Few European countries have made prostitution illegal: Sweden made it a crime to buy sex in 1999 and sees prostitution as gender-based violence. In Ireland, all kinds of prostitution are illegal, including procuring, selling sexual services and keeping brothels. In countries such as Germany or Greece, prostitution is legal, regulated and brothels are allowed to operate. But most European countries, including Belgium or Spain, remain in grey zones: some form of prostitution is legal but procuring is not. In the United Kingdom or Italy, brothels are illegal, while in France ‘active prostitution’ is criminal but prostitution is tolerated. In Denmark, prostitution became legal in 1999 but until recently, only as a part-time activity.
Sweden: legalising seemed to work
States who have legalised prostitution have claimed that it has always existed and hence, it is better to regularise and control it. Sweden’s stance of accepting the prostitute as a victim was highly innovative. Previously, it was commonly accepted that the prostitute enjoys what she does (85% of prostitutes are women), chose to join the sex industry of her free will, is free to operate and choses her clients as she pleases. Most importantly, it was widely accepted that she enjoyed it.
In Sweden, an example of the 'Nordic model', research has shown that street prostitution has been halved
However, as Swedish lawmakers highlighted, prostitution is often not a consensual woman who enjoys having sex with up to twenty strangers a day. The reality is rather grim: while an estimated 700, 000 people are trafficked into the EU each year, 90% of those are trafficked into the sex industry. Victims of trafficking are locked into rooms where they receive clients and are incapable of escaping for a variety of reasons: they are drugged, their passports have been taken, they do not speak the language and they have been led to believe that if they escape, they will be put into prisons, beaten and raped again. Prostitution cannot be perpetuated because proponents argue that it is impossible to stop, as it has always existed. Common fears include that banning prostitution will increase crimes such as rape or paedophilia. In Sweden, an example of the Nordic model, research has shown that rape and violence against women has not increased since 1999. Street prostitution has been halved and has not been replaced by internet prostitution and, most importantly, Sweden has become a less favourable market for human trafficking. Finally, mentalities have changed: 30% were in favour of the law in 1999, a number which has risen to 75% today.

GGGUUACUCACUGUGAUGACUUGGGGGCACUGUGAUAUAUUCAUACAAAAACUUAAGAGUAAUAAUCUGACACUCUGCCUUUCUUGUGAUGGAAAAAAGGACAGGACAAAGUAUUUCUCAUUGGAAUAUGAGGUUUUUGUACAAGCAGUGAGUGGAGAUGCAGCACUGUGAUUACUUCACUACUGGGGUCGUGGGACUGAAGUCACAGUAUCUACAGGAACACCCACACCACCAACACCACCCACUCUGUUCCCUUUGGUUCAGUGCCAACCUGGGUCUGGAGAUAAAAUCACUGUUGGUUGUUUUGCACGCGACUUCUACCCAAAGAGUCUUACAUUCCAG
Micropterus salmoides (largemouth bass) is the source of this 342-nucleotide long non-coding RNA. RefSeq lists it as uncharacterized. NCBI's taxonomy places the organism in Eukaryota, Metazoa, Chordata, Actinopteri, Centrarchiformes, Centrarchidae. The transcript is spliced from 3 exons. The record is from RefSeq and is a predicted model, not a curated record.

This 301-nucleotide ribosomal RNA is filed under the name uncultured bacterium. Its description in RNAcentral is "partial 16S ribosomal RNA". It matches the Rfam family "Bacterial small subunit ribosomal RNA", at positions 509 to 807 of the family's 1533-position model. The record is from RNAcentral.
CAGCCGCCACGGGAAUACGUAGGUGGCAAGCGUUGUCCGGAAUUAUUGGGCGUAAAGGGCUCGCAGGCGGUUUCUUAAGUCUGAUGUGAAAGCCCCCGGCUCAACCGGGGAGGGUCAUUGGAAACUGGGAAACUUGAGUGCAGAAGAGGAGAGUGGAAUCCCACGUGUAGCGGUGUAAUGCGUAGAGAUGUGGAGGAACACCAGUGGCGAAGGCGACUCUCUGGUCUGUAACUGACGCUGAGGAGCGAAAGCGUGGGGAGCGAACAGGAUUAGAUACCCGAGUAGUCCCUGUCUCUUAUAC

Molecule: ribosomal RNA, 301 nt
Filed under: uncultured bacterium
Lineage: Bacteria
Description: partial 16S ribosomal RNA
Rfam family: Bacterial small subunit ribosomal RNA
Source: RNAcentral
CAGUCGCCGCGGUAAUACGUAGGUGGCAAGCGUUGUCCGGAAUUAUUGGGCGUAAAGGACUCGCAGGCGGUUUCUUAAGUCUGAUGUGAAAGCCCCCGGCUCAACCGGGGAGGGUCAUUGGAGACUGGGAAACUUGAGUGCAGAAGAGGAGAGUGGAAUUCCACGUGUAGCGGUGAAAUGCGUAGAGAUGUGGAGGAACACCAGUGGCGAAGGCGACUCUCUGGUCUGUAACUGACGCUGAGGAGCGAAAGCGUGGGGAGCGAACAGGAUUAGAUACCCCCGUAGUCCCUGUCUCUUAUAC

Acting jointly on penalizing the client, not the prostitute
In many ways, prostitution is a bizarre and outdated belief that a pool of women should be available to meet the sexual needs of men. In societies where prostitution is accepted, schoolboys are taught that they can have sex with any girl or woman as long as they pay for it, that the female body is available for their use and that their so-called sexual needs have the legal right to be met. Only by making prostitution illegal and not acceptable, will we move towards stronger gender equality principles and respect of women’s rights.
In most EU countries, the concept of criminal activity is focused on the prostitute. While reaffirming its abolitionist stance, France is drafting a law where the client would be criminalised, not the prostitute, as is the case in Swedish legislation. As long as each of the 27 EU member states has its own policies and laws, the sex industry will continue to prosper and develop past national borders and clients will travel across borders to buy sex. While the EU is fighting sex tourism in remote destinations such as Thailand, it is at its doorstep that such tourism is taking place daily.